Eugène Scribe

Eugène Scribe

Augustin Eugène Scribe (French: [oɡystɛ̃ øʒɛn skʁib]; 24 December 1791 – 20 February 1861) was a French dramatist and librettist. He is known for the perfection of the so-called "well-made play" (pièce bien faite), a mainstay of popular theatre for over 100 years, and as the librettist of many of the most successful grand operas.

Biography

Scribe was born in Paris and died there. His father was a silk merchant, and he was well educated, being destined for the law. However, he soon began to write for the stage. His first piece, Le Prétendu sans le savoir, was produced anonymously at the Théâtre des Variétés in 1810 and was a failure. Numerous other plays, written in collaboration with various authors, followed; but Scribe achieved no distinct success till 1815, when he wrote Une Nuit de la garde nationale (Night of the National Guard, 1815), a collaboration with Delestre Poirson. Much of his later work was also written in collaboration with others. His debut in serious comedy was made at the Théâtre Français in 1822 with Valérie, the first of many successful pieces of the same kind.[1] Among the actors he wrote starring roles for are Mlle Mars and Rachel. Scribe was elected to the Académie Française in 1834.

Print of Eugène Scribe by Bernard-Romain Julien

Scribe's main subject matter was the contemporary bourgeoisie. He mastered his craft writing comédies vaudevilles, short middle-class entertainments, often with songs. Eventually he developed the formulaic "well-made play"; popular pieces with elaborate plots featuring clever twists and turns, and usually centering on a misunderstanding (quiproquo) which is revealed early on to the audience but not realised by the protagonists until the final scenes. Characters face a series of obstacles, the resolution of which may create in turn further problems. At the end a scène a faire, with startling revelations, leads to a sensational denouement.[2][3] Whilst their ingenuity was recognised by contemporary and later critics, the plays lack fine language, depth of character, thought, or social analysis. They thus stand in sharp contrast, for example, to Romantic plays of the same period, such as those of Victor Hugo. Théophile Gautier questioned how it could be that, "an author without poetry, lyricism, style, philosophy, truth or naturalism could be the most successful writer of his epoch, despite the opposition of literature and the critics?"[4]

Scribe was prolific; he wrote various dramas — vaudevilles, comedies, tragedies and opera libretti. To the Théâtre du Gymnase alone he is said to have furnished a hundred and fifty pieces before 1830. He had a number of co-workers, (Scribe's 'factory'), one of whom supplied the story, another the dialogue, a third the jokes and so on. He is said in some cases to have sent sums of money for "copyright in ideas" to men who were unaware that he had taken suggestions from their work. Among his collaborators were Jean Henri Dupin (1787–1887), Germain Delavigne, Delestre-Poirson, Mélesville, Marc-Antoine Madeleine Désaugiers, Xavier Saintine and Ernest Legouvé.[1]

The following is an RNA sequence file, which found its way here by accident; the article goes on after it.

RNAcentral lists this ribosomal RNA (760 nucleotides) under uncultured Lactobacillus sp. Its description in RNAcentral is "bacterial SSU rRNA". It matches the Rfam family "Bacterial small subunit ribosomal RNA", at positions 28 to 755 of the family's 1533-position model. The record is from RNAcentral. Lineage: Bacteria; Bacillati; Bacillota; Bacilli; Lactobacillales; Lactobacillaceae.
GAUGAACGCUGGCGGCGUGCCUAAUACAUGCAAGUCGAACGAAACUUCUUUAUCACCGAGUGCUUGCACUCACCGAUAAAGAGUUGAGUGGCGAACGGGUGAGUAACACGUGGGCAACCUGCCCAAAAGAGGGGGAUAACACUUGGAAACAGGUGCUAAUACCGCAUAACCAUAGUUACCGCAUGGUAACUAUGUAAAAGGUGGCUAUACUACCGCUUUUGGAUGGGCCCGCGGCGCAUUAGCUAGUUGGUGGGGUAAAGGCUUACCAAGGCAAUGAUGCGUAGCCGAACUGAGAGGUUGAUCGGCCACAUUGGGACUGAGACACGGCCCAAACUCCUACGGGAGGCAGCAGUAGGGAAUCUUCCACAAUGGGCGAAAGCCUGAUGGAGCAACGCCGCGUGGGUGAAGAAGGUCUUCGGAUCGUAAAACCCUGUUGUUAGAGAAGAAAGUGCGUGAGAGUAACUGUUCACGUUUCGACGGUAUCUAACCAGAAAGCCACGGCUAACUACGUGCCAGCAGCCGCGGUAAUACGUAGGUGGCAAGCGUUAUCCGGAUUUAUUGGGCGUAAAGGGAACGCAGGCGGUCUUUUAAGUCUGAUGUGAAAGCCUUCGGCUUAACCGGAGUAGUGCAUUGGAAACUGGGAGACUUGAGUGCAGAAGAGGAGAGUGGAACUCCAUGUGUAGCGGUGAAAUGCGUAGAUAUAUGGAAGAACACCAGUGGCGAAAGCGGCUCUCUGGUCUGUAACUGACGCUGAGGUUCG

Scribe's grave at the Père-Lachaise Cemetery, (Paris)

The mechanical aspect of Scribe's constructions made his works suitable for operatic adaptation, allowing for "effective contrasting of musical treatment, whilst the confrontations provided excellent opportunities for ensembles."[5]

Scribe wrote libretti for operas for many major composers of his time, often for productions destined for the Paris Opéra. Many of these libretti constitute the basis of the Grand Opera genre and changed the whole course of French lyric drama.[6]

He collaborated with Giacomo Meyerbeer on a number of occasions, and also provided the words for works by Giuseppe Verdi (Les vêpres siciliennes), Vincenzo Bellini, Daniel Auber (La muette de Portici, Gustave III and others), Fromental Halévy (including La Juive, Guido et Ginevra, and Le Juif errant), François-Adrien Boieldieu, Gaetano Donizetti (Dom Sébastien) and Gioachino Rossini (Le comte Ory). At the time of his death, he was working on a revision of the libretto for Meyerbeer's L'Africaine, which he had originally written in 1838.[5]

Of his 'historical' operas it has been written:

They exist in a parallel universe, in which colourful historical or geographical milieu display a handful of stereotypes who, as a consequence of some secret manoeuvrings in their own pasts and coincidences in the present, are forced to face some implausible crisis of choice or conscience, preferably accompanied by a simultaneous natural disaster or violent death (or both).[7]

Scribe's own hard-headed views on his libretti are summarised in his comments on a dispute over payment with Léon Pillet, the director of the Opéra, in 1841:

I want to be paid for them according to what they bring in, that is to say, a great deal. The...director only wants to pay for them according to what they are worth, that is to say, very little.[8]

Scribe wrote a few novels, but none of any mark. His Œuvres complètes appeared in seventy-six volumes between 1874 and 1885.[1]

He has been assumed to be the father of the politician Georges Coulon.[9]

Other Languages
العربية: أوجين سكرايب
čeština: Eugène Scribe
Ελληνικά: Εζέν Σκριμπ
español: Eugène Scribe
Esperanto: Eugène Scribe
français: Eugène Scribe
italiano: Eugène Scribe
עברית: אז'ן סקריב
latviešu: Ežēns Skribs
Nederlands: Eugène Scribe
português: Eugène Scribe
русский: Скриб, Эжен
slovenščina: Eugène Scribe
українська: Ежен Скріб